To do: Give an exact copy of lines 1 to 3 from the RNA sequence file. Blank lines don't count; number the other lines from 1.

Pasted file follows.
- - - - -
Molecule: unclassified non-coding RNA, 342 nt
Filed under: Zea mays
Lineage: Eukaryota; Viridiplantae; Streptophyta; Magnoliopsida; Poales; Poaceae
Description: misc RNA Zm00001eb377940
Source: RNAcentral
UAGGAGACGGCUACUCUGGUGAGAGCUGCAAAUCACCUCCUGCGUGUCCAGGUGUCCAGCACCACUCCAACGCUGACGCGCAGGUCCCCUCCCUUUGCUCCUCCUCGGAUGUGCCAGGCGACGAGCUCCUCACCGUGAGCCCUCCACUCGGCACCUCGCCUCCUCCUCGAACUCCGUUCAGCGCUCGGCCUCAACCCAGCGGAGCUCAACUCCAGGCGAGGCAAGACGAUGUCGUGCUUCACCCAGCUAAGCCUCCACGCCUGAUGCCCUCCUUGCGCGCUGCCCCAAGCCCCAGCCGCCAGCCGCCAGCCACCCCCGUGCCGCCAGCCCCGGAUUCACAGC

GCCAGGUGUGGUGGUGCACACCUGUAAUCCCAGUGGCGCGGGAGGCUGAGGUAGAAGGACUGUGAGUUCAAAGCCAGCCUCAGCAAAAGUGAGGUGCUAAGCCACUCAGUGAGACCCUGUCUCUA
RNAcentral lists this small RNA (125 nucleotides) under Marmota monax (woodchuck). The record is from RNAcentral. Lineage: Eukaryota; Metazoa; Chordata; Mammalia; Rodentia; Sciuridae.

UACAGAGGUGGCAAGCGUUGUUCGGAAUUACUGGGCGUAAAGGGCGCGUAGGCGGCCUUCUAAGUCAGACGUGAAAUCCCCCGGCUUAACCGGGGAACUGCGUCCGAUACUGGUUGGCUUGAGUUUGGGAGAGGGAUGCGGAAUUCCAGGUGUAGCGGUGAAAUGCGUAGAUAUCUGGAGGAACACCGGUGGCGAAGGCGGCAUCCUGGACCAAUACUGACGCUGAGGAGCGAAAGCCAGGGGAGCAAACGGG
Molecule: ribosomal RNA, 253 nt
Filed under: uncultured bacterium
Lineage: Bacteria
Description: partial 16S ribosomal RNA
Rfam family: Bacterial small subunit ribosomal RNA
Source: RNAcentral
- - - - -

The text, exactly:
Molecule: unclassified non-coding RNA, 342 nt
Filed under: Zea mays
Lineage: Eukaryota; Viridiplantae; Streptophyta; Magnoliopsida; Poales; Poaceae